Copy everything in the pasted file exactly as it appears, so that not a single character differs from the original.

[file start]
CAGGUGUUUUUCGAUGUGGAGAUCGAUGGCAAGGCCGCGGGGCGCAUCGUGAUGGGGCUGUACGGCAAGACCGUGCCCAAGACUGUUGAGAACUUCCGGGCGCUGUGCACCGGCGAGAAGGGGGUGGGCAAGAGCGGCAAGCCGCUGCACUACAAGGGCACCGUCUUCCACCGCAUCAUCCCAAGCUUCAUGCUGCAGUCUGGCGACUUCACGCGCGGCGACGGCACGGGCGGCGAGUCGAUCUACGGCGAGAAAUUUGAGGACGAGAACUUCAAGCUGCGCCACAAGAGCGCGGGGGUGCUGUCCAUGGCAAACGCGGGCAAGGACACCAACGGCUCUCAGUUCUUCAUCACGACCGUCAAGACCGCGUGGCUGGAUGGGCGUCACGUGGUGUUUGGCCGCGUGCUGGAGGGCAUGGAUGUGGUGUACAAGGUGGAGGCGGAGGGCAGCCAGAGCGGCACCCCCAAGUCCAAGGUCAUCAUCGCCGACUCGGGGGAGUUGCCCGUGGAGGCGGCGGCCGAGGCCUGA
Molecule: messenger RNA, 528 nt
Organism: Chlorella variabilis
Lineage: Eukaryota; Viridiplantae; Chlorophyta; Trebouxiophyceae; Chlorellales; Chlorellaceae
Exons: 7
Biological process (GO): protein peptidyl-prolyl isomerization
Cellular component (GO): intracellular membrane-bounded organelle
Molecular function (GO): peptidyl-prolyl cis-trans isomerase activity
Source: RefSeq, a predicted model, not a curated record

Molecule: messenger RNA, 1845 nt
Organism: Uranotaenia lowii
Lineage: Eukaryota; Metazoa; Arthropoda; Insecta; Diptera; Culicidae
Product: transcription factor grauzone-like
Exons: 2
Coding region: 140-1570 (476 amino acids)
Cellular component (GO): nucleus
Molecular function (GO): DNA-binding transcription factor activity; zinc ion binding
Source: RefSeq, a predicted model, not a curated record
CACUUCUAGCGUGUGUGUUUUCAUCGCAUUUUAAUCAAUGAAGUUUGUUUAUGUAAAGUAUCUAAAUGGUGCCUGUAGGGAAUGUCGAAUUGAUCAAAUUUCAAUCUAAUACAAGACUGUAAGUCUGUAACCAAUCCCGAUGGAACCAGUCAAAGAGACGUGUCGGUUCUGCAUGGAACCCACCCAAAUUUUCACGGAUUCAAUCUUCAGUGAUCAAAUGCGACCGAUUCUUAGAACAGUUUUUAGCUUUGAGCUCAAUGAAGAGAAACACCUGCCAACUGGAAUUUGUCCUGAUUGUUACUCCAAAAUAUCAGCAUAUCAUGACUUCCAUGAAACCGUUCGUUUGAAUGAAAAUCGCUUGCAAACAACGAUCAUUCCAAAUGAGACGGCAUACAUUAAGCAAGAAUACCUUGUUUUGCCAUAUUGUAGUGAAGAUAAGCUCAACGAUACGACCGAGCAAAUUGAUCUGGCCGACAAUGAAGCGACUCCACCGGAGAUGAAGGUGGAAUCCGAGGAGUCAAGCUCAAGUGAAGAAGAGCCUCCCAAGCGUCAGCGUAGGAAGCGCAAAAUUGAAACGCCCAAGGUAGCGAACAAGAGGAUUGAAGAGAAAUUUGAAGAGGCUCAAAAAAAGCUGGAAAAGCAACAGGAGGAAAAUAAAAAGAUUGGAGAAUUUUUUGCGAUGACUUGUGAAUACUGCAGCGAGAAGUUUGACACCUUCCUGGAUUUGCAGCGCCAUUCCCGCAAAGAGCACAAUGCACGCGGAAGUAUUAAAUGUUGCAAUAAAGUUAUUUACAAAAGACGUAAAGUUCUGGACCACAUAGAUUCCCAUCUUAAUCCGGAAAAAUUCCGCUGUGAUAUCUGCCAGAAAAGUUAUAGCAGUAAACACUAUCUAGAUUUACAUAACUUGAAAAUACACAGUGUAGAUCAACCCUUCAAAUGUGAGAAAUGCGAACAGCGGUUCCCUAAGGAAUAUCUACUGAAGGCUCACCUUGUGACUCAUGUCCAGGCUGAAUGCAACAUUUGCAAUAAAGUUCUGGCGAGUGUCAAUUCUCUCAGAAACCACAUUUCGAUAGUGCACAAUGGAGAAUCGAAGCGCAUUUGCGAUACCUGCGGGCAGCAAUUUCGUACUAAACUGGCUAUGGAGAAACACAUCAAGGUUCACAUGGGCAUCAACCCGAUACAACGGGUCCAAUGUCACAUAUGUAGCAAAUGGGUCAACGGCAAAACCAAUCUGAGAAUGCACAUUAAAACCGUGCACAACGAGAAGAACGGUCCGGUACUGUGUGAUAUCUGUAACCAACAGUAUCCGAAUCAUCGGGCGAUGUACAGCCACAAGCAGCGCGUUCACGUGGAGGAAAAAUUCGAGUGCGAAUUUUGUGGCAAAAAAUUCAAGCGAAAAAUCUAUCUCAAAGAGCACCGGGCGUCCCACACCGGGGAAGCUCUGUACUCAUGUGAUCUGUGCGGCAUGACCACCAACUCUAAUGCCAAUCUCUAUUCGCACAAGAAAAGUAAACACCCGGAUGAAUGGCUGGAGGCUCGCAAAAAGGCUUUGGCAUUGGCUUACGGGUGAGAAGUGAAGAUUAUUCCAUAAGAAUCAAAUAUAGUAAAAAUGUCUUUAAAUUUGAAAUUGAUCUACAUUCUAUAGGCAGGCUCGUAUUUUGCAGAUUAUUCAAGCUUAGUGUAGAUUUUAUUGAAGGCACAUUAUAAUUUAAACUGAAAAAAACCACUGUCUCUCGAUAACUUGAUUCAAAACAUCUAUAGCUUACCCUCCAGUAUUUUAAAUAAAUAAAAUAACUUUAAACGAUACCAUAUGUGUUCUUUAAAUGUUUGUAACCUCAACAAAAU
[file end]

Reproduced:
CAGGUGUUUUUCGAUGUGGAGAUCGAUGGCAAGGCCGCGGGGCGCAUCGUGAUGGGGCUGUACGGCAAGACCGUGCCCAAGACUGUUGAGAACUUCCGGGCGCUGUGCACCGGCGAGAAGGGGGUGGGCAAGAGCGGCAAGCCGCUGCACUACAAGGGCACCGUCUUCCACCGCAUCAUCCCAAGCUUCAUGCUGCAGUCUGGCGACUUCACGCGCGGCGACGGCACGGGCGGCGAGUCGAUCUACGGCGAGAAAUUUGAGGACGAGAACUUCAAGCUGCGCCACAAGAGCGCGGGGGUGCUGUCCAUGGCAAACGCGGGCAAGGACACCAACGGCUCUCAGUUCUUCAUCACGACCGUCAAGACCGCGUGGCUGGAUGGGCGUCACGUGGUGUUUGGCCGCGUGCUGGAGGGCAUGGAUGUGGUGUACAAGGUGGAGGCGGAGGGCAGCCAGAGCGGCACCCCCAAGUCCAAGGUCAUCAUCGCCGACUCGGGGGAGUUGCCCGUGGAGGCGGCGGCCGAGGCCUGA
Molecule: messenger RNA, 528 nt
Organism: Chlorella variabilis
Lineage: Eukaryota; Viridiplantae; Chlorophyta; Trebouxiophyceae; Chlorellales; Chlorellaceae
Exons: 7
Biological process (GO): protein peptidyl-prolyl isomerization
Cellular component (GO): intracellular membrane-bounded organelle
Molecular function (GO): peptidyl-prolyl cis-trans isomerase activity
Source: RefSeq, a predicted model, not a curated record

Molecule: messenger RNA, 1845 nt
Organism: Uranotaenia lowii
Lineage: Eukaryota; Metazoa; Arthropoda; Insecta; Diptera; Culicidae
Product: transcription factor grauzone-like
Exons: 2
Coding region: 140-1570 (476 amino acids)
Cellular component (GO): nucleus
Molecular function (GO): DNA-binding transcription factor activity; zinc ion binding
Source: RefSeq, a predicted model, not a curated record
CACUUCUAGCGUGUGUGUUUUCAUCGCAUUUUAAUCAAUGAAGUUUGUUUAUGUAAAGUAUCUAAAUGGUGCCUGUAGGGAAUGUCGAAUUGAUCAAAUUUCAAUCUAAUACAAGACUGUAAGUCUGUAACCAAUCCCGAUGGAACCAGUCAAAGAGACGUGUCGGUUCUGCAUGGAACCCACCCAAAUUUUCACGGAUUCAAUCUUCAGUGAUCAAAUGCGACCGAUUCUUAGAACAGUUUUUAGCUUUGAGCUCAAUGAAGAGAAACACCUGCCAACUGGAAUUUGUCCUGAUUGUUACUCCAAAAUAUCAGCAUAUCAUGACUUCCAUGAAACCGUUCGUUUGAAUGAAAAUCGCUUGCAAACAACGAUCAUUCCAAAUGAGACGGCAUACAUUAAGCAAGAAUACCUUGUUUUGCCAUAUUGUAGUGAAGAUAAGCUCAACGAUACGACCGAGCAAAUUGAUCUGGCCGACAAUGAAGCGACUCCACCGGAGAUGAAGGUGGAAUCCGAGGAGUCAAGCUCAAGUGAAGAAGAGCCUCCCAAGCGUCAGCGUAGGAAGCGCAAAAUUGAAACGCCCAAGGUAGCGAACAAGAGGAUUGAAGAGAAAUUUGAAGAGGCUCAAAAAAAGCUGGAAAAGCAACAGGAGGAAAAUAAAAAGAUUGGAGAAUUUUUUGCGAUGACUUGUGAAUACUGCAGCGAGAAGUUUGACACCUUCCUGGAUUUGCAGCGCCAUUCCCGCAAAGAGCACAAUGCACGCGGAAGUAUUAAAUGUUGCAAUAAAGUUAUUUACAAAAGACGUAAAGUUCUGGACCACAUAGAUUCCCAUCUUAAUCCGGAAAAAUUCCGCUGUGAUAUCUGCCAGAAAAGUUAUAGCAGUAAACACUAUCUAGAUUUACAUAACUUGAAAAUACACAGUGUAGAUCAACCCUUCAAAUGUGAGAAAUGCGAACAGCGGUUCCCUAAGGAAUAUCUACUGAAGGCUCACCUUGUGACUCAUGUCCAGGCUGAAUGCAACAUUUGCAAUAAAGUUCUGGCGAGUGUCAAUUCUCUCAGAAACCACAUUUCGAUAGUGCACAAUGGAGAAUCGAAGCGCAUUUGCGAUACCUGCGGGCAGCAAUUUCGUACUAAACUGGCUAUGGAGAAACACAUCAAGGUUCACAUGGGCAUCAACCCGAUACAACGGGUCCAAUGUCACAUAUGUAGCAAAUGGGUCAACGGCAAAACCAAUCUGAGAAUGCACAUUAAAACCGUGCACAACGAGAAGAACGGUCCGGUACUGUGUGAUAUCUGUAACCAACAGUAUCCGAAUCAUCGGGCGAUGUACAGCCACAAGCAGCGCGUUCACGUGGAGGAAAAAUUCGAGUGCGAAUUUUGUGGCAAAAAAUUCAAGCGAAAAAUCUAUCUCAAAGAGCACCGGGCGUCCCACACCGGGGAAGCUCUGUACUCAUGUGAUCUGUGCGGCAUGACCACCAACUCUAAUGCCAAUCUCUAUUCGCACAAGAAAAGUAAACACCCGGAUGAAUGGCUGGAGGCUCGCAAAAAGGCUUUGGCAUUGGCUUACGGGUGAGAAGUGAAGAUUAUUCCAUAAGAAUCAAAUAUAGUAAAAAUGUCUUUAAAUUUGAAAUUGAUCUACAUUCUAUAGGCAGGCUCGUAUUUUGCAGAUUAUUCAAGCUUAGUGUAGAUUUUAUUGAAGGCACAUUAUAAUUUAAACUGAAAAAAACCACUGUCUCUCGAUAACUUGAUUCAAAACAUCUAUAGCUUACCCUCCAGUAUUUUAAAUAAAUAAAAUAACUUUAAACGAUACCAUAUGUGUUCUUUAAAUGUUUGUAACCUCAACAAAAU